These final months of 1888 were spent in Turin in a state of almost constant euphoria. By December, however, he was exhibiting unmistakable sighs of mental derangement. In a series of crazy letters he expressed the belief he had deposed both the German Emperor and the Pope, had arranged for all anti-Semites to be shot, and that he was, in fact, 'God'. At the beginning of January 1889 he flung his arms around a horse being beaten by a coachman in a Turin piazza, collapsed into tears, and was taken to an asylum, first in Basel then in Jena. Though he did not die until 1900 his final years were spent in a vegetative state. Among doctors who have taken an interest in the question of why, at age 44, Nietzsche went mad, the traditional diagnosis of syphilis is now largely discredited. Though there is speculation that he had a slow-developing brain-tumor, it is more likely he suffered from a bi-polar disorder that eventually developed schizophrenia-like symptoms. ( He saw rifles pointing at him through windows in Jena.)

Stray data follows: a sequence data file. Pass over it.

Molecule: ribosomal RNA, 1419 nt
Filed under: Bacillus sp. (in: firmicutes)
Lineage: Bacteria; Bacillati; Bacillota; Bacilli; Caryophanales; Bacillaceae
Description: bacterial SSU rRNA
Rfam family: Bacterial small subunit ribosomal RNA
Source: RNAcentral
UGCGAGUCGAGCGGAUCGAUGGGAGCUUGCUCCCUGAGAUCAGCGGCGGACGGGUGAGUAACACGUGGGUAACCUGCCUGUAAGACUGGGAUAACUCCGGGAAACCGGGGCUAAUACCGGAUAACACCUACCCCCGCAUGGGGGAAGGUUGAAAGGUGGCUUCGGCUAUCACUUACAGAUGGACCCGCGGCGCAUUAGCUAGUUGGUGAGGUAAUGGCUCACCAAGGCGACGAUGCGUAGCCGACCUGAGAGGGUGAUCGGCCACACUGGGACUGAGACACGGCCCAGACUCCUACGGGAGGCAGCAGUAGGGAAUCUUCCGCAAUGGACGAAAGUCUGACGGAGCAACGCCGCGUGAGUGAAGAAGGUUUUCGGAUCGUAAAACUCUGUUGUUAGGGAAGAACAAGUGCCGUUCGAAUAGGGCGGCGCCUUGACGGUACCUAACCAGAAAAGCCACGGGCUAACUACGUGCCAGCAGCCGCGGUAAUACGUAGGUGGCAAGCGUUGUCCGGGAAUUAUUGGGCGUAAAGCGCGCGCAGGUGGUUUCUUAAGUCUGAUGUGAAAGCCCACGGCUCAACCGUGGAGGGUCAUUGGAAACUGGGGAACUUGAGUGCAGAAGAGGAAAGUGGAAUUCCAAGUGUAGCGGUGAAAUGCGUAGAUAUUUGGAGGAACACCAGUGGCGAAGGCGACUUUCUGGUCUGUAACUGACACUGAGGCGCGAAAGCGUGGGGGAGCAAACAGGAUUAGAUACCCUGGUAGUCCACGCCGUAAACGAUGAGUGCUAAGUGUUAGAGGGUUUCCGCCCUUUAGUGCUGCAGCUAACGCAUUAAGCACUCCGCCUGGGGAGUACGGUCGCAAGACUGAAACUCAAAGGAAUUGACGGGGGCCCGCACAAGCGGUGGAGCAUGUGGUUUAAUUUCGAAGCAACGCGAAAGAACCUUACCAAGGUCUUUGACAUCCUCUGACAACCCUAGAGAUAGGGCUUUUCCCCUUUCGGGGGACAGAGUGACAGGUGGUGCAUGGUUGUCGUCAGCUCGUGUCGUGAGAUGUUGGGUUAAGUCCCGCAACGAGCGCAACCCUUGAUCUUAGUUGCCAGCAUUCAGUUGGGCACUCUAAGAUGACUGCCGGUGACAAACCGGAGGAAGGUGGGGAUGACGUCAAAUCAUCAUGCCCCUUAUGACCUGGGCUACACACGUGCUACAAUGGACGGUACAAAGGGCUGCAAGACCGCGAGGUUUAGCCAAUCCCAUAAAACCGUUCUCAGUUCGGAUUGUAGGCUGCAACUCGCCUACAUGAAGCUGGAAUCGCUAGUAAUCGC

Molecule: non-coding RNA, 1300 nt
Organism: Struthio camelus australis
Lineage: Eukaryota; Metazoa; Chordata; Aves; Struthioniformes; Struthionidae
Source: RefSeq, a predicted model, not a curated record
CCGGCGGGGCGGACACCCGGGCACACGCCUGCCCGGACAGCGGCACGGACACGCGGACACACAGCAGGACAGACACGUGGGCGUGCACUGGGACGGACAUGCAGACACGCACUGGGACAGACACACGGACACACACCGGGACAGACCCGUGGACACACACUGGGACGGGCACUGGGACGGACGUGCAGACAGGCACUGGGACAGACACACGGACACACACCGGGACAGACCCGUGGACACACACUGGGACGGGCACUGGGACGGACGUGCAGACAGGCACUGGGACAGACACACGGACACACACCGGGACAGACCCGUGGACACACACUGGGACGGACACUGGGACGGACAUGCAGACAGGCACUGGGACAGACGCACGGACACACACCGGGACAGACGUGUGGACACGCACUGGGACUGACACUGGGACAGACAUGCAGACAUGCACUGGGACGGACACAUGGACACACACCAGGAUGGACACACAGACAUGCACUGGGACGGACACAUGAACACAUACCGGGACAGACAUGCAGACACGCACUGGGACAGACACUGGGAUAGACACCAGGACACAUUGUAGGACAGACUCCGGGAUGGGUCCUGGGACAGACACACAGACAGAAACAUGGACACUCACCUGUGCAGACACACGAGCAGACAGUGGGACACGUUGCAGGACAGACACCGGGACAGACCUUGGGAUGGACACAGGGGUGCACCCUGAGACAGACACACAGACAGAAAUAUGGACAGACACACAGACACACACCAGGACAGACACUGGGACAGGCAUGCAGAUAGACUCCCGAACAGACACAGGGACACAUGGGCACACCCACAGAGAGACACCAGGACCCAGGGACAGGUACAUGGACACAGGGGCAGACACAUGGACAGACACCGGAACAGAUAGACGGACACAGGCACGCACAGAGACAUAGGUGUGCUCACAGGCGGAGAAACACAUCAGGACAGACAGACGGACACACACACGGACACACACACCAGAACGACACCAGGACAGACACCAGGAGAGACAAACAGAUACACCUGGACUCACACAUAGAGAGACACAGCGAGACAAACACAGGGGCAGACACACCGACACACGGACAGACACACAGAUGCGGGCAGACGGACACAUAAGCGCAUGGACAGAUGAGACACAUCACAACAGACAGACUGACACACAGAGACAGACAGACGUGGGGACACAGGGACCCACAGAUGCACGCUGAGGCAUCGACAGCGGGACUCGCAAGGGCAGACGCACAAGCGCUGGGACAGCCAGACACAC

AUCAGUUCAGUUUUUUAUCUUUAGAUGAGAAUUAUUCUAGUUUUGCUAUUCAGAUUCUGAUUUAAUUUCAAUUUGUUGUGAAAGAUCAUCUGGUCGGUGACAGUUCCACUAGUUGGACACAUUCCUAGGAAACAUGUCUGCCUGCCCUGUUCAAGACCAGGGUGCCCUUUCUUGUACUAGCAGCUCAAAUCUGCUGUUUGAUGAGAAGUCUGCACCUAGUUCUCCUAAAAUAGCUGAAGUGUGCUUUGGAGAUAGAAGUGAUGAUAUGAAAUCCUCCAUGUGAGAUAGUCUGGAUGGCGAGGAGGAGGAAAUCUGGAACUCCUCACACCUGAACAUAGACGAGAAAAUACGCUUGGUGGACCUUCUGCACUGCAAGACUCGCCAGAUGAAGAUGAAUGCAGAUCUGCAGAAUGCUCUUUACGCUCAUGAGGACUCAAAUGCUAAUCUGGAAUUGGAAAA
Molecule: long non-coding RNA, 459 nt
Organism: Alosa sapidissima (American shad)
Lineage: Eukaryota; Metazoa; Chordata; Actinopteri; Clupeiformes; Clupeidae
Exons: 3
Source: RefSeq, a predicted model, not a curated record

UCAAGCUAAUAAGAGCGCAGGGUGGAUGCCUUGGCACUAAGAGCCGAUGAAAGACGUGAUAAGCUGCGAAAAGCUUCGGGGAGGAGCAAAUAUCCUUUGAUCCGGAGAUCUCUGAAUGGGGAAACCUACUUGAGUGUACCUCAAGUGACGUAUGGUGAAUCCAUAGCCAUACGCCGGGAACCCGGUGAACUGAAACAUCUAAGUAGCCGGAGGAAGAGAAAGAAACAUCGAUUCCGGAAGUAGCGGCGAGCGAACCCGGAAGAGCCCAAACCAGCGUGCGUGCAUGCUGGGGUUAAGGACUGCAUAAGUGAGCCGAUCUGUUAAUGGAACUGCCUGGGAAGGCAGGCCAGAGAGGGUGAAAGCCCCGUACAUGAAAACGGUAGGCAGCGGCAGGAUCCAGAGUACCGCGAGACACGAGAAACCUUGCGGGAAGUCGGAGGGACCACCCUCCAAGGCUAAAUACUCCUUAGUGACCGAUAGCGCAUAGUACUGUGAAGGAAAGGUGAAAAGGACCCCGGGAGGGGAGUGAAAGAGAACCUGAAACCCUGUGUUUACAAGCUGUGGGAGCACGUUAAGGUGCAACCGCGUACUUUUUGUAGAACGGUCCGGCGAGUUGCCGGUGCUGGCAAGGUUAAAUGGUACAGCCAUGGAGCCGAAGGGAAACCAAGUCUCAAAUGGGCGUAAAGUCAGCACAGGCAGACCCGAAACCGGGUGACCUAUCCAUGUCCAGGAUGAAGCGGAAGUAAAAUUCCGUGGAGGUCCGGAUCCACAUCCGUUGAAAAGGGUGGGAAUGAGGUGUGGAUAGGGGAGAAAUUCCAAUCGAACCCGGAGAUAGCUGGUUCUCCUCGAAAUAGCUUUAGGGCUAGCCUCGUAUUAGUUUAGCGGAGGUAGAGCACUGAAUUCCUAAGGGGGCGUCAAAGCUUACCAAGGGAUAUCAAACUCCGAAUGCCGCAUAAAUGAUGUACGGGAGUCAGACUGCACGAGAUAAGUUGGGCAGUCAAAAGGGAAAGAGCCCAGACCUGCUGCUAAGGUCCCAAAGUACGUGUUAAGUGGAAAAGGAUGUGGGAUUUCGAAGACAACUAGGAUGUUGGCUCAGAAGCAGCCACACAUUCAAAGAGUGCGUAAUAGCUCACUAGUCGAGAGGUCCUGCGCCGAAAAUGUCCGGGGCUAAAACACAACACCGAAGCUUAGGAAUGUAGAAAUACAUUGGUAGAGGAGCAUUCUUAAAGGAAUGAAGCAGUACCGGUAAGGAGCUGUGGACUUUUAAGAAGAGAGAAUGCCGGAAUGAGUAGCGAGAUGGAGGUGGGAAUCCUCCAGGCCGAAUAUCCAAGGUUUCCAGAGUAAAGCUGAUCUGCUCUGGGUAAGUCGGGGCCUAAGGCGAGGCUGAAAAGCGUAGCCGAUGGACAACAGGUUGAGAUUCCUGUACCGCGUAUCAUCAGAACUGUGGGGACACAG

12. As regards materialistic atomism, it is one of the best- refuted theories that have been advanced, and in Europe there is now perhaps no one in the learned world so unscholarly as to attach serious signification to it, except for convenient everyday use (as an abbreviation of the means of expression)-- thanks chiefly to the Pole Boscovich: he and the Pole Copernicus have hitherto been the greatest and most successful opponents of ocular evidence. For while Copernicus has persuaded us to believe, contrary to all the senses, that the earth does NOT stand fast, Boscovich has taught us to abjure the belief in the last thing that "stood fast" of the earth--the belief in "substance," in "matter," in the earth-residuum, and particle- atom: it is the greatest triumph over the senses that has hitherto been gained on earth. One must, however, go still further, and also declare war, relentless war to the knife, against the "atomistic requirements" which still lead a dangerous after-life in places where no one suspects them, like the more celebrated "metaphysical requirements": one must also above all give the finishing stroke to that other and more portentous atomism which Christianity has taught best and longest, the SOUL- ATOMISM. Let it be permitted to designate by this expression the belief which regards the soul as something indestructible, eternal, indivisible, as a monad, as an atomon: this belief ought to be expelled from science! Between ourselves, it is not at all necessary to get rid of "the soul" thereby, and thus renounce one of the oldest and most venerated hypotheses--as happens frequently to the clumsiness of naturalists, who can hardly touch on the soul without immediately losing it. But the way is open for new acceptations and refinements of the soul-hypothesis; and such conceptions as "mortal soul," and "soul of subjective multiplicity," and "soul as social structure of the instincts and passions," want henceforth to have legitimate rights in science. In that the NEW psychologist is about to put an end to the superstitions which have hitherto flourished with almost tropical luxuriance around the idea of the soul, he is really, as it were, thrusting himself into a new desert and a new distrust--it is possible that the older psychologists had a merrier and more comfortable time of it; eventually, however, he finds that precisely thereby he is also condemned to INVENT--and, who knows? perhaps to DISCOVER the new.